Thursday, February 18, 2016

On Doubt

The Oxford Dictionary defines the word doubt as "a feeling of uncertainty."  Have you ever experienced a feeling of uncertainty about happenings involving you or those you love?  I have.  I will be the first to admit that I doubt things sometimes. 

I grew up as the daughter of a preacher.  I probably teethed on a red Freewill Baptist Hymnal...or the back of a wooden pew.  On those little Sunday School attendance sticker charts, I'm certain not a single shiny gold foil star was missing beside my name.  I knew all of the stories about the Bible by heart, and I gave my life to Christ at an early age.  Even through all of my life's struggles, my faith remained intact.  I feel that I am fairly knowledgeable regarding scripture, and I have a good relationship with God.  But, if I were to tell you that I am never plagued by doubt, I would be the boldest of liars.  I'm pretty certain that, deep down, we all have doubts, even if we don't express them.   There are times that I struggle with believing all of those little Christian clichés (you know...the ones you say to someone when they are hurting and you have no clue what else to say).

You may ask what causes me to doubt. 

Well, when bad things happen to amazing people, I doubt.
When kids leave this world way too young, and their loved ones are filled with unspeakable grief, I doubt.
When people who would be amazing parents cannot have children, I doubt.
When someone pours their heart and soul into a ministry and is rejected, I doubt.
When people turn their backs on us, I doubt.
When marriages and families fall apart, I doubt.
When our friends, sisters, brothers, sons, daughters, nieces, nephews, mothers, fathers, cousins, lose the battle to addiction, I doubt.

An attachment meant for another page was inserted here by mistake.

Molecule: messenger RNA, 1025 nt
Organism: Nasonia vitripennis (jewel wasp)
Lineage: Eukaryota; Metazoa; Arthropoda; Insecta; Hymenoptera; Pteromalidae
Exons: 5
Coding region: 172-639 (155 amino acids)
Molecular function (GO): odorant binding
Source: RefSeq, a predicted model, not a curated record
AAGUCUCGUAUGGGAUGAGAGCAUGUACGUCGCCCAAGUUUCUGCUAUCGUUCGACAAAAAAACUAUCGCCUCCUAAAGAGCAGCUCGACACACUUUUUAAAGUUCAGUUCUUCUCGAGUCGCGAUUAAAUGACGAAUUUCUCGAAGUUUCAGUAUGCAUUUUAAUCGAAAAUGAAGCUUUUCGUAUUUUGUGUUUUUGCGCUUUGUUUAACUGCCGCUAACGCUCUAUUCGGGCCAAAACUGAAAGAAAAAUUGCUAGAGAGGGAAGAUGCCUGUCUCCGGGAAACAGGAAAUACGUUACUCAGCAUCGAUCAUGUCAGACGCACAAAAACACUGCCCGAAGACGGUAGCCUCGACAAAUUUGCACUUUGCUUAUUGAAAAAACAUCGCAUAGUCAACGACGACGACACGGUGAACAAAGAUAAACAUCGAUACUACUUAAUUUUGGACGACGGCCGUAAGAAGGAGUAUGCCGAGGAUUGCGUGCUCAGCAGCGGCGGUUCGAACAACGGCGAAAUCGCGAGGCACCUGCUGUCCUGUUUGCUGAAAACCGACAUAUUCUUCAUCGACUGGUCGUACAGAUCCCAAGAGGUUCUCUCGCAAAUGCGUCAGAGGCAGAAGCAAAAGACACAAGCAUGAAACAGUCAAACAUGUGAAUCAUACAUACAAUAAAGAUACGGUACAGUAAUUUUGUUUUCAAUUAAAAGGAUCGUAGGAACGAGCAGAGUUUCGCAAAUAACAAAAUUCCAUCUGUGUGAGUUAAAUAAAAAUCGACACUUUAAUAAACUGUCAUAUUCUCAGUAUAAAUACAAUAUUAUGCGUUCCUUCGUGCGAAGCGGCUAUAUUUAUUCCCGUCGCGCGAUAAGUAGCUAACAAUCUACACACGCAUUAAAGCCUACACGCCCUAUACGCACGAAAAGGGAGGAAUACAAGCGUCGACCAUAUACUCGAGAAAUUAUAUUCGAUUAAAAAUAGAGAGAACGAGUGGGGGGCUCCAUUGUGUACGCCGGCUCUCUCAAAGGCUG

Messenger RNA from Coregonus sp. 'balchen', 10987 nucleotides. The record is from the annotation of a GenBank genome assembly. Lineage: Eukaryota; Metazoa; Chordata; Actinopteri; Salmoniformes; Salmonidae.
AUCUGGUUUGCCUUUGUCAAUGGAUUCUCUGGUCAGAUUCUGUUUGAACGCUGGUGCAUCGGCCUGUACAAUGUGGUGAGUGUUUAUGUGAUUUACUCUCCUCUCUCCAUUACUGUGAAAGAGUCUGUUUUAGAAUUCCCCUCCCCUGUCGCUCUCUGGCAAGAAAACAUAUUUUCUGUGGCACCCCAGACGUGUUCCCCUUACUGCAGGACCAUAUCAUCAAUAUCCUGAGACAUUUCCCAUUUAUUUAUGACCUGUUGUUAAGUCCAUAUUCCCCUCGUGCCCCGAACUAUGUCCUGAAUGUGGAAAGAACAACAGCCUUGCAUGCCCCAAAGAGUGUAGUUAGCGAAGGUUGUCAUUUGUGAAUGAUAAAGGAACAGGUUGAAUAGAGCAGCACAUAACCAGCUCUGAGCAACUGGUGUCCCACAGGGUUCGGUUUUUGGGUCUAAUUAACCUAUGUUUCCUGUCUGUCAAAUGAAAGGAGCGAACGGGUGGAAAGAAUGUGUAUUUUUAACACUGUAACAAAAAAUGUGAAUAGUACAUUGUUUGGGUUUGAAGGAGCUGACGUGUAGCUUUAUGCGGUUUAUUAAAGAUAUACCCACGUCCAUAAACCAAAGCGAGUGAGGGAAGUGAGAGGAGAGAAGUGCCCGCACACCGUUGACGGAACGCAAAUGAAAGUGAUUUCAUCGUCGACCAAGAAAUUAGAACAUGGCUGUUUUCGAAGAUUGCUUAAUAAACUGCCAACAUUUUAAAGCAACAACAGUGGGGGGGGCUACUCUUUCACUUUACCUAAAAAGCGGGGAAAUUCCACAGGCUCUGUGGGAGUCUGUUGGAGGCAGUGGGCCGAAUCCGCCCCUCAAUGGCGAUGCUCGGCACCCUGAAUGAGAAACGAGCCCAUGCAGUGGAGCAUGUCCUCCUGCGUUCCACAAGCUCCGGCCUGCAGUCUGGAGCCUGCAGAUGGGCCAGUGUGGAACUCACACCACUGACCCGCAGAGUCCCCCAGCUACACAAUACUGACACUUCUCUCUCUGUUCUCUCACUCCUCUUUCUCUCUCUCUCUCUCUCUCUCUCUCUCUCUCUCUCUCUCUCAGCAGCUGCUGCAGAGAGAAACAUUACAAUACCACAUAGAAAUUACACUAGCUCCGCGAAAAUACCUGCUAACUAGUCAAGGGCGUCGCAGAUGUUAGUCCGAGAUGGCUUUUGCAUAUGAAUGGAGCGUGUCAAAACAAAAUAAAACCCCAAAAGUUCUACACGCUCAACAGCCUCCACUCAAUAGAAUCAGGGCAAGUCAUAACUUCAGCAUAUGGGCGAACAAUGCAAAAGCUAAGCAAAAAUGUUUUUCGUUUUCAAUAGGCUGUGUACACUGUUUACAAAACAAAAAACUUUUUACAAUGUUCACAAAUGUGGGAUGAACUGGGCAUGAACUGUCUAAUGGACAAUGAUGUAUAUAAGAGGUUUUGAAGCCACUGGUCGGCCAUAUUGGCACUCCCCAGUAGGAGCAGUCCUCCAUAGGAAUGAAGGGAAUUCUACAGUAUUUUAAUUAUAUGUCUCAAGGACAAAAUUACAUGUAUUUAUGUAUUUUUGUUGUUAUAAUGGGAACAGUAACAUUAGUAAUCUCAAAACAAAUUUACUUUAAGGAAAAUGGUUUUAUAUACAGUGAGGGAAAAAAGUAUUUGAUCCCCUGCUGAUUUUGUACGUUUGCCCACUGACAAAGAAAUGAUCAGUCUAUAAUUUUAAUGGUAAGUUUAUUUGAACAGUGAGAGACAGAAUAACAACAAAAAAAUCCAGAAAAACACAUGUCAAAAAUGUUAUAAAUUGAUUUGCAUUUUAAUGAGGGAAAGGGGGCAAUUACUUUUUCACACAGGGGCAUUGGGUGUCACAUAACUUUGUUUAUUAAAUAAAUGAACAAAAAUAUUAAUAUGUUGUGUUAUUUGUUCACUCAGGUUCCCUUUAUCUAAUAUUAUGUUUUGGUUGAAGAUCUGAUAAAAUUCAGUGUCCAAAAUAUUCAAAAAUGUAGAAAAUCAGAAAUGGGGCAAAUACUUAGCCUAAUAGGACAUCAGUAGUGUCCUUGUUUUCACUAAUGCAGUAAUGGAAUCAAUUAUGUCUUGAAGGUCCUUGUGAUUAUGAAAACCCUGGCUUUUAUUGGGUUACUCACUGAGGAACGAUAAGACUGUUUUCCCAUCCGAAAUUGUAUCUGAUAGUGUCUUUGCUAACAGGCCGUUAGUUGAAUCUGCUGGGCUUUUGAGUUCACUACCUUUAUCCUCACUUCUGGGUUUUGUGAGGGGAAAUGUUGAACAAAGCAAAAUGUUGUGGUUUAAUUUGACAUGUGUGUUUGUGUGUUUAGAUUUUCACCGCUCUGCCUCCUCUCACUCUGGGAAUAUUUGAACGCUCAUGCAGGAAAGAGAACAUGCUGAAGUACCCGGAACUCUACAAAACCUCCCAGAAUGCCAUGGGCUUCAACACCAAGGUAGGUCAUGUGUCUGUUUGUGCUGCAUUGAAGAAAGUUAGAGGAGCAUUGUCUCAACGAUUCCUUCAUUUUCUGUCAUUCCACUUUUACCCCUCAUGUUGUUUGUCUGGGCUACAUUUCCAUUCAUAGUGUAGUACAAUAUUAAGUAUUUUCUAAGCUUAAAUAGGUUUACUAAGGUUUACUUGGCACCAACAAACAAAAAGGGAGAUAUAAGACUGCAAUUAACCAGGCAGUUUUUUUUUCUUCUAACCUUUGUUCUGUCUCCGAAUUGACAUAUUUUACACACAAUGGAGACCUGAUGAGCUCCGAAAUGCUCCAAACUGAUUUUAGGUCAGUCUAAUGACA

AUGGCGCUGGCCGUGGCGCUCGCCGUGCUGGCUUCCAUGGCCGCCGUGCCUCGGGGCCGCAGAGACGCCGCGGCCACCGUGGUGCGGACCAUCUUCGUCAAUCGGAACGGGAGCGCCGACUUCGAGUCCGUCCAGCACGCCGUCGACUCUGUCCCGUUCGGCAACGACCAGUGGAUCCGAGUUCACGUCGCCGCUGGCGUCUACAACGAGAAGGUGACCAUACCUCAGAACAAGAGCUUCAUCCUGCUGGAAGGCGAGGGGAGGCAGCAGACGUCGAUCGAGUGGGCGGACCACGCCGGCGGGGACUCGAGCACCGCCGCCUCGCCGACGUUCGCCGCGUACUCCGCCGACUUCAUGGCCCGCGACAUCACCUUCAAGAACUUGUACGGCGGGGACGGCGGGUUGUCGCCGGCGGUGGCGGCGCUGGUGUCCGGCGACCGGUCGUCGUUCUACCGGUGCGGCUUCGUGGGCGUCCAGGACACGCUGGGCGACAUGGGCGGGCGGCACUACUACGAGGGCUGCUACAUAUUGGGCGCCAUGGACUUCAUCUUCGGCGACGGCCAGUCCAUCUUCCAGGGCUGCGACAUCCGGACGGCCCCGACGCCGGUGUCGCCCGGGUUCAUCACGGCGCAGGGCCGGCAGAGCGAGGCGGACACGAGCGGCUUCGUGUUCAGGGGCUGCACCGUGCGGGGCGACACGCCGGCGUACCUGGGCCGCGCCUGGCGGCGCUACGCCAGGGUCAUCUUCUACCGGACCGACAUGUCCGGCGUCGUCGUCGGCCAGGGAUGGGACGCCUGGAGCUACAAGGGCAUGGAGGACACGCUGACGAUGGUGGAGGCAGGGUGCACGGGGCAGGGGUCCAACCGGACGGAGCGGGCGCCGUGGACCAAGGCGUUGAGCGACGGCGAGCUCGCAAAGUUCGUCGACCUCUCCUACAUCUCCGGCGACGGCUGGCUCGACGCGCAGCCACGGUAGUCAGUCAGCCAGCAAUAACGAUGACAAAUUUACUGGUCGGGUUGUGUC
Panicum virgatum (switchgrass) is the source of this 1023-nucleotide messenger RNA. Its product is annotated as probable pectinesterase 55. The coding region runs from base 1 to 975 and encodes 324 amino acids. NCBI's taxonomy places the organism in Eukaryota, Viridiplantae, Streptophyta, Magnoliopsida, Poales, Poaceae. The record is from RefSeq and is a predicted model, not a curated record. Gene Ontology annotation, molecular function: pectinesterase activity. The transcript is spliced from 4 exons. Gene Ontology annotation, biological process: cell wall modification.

When my husband and I lost our business and every penny we had within the first year of marriage, I doubted.
When we didn't have money to buy groceries, gas, or pay our utilities, I doubted.
When a three-year-old abandoned little girl came to live with us during our financial crisis, I doubted.
When we fell head over heels in love with her and then had to send her back to a questionable environment, I doubted.
When we finally got her back and had to go through years of custody battles, I doubted.
When I learned of all of the things her three-year-old innocent eyes had already seen, I doubted.

When we were told we might not be able to have children, I doubted.
When it took five years of waiting to become parents, I doubted.
When our son was born too early, I doubted.
When he ended up with pneumonia, in oxygen tents, and in and out of the hospital repeatedly, I doubted.
When he wouldn't grow, no matter what we did, I doubted.
When a doctor told us he was partially deaf, I doubted.
When his lung collapsed, and we weren't quite sure what was going to happen to him, I doubted.
When they took him in for surgery and we waited for an answer as to whether he had a tumor or a life-threatening disease, I doubted.

When I surprisingly became pregnant a short time after our son was born with a little baby girl, only to be diagnosed with an awful brain disease, I doubted.
When I was so sick because of the brain disease and the pregnancy, and then I developed a fainting disorder on top of that, I doubted.
When the doctor was listening for her heartbeat far along into my pregnancy and couldn't hear anything, then stopped and prayed then listened again----until I heard that precious sound of a beating heart, I doubted.
When I went into that baby girl's room one night and found her underneath a pillow and picked her up by her feet realizing she wasn't moving-----until she started breathing and crying, I doubted.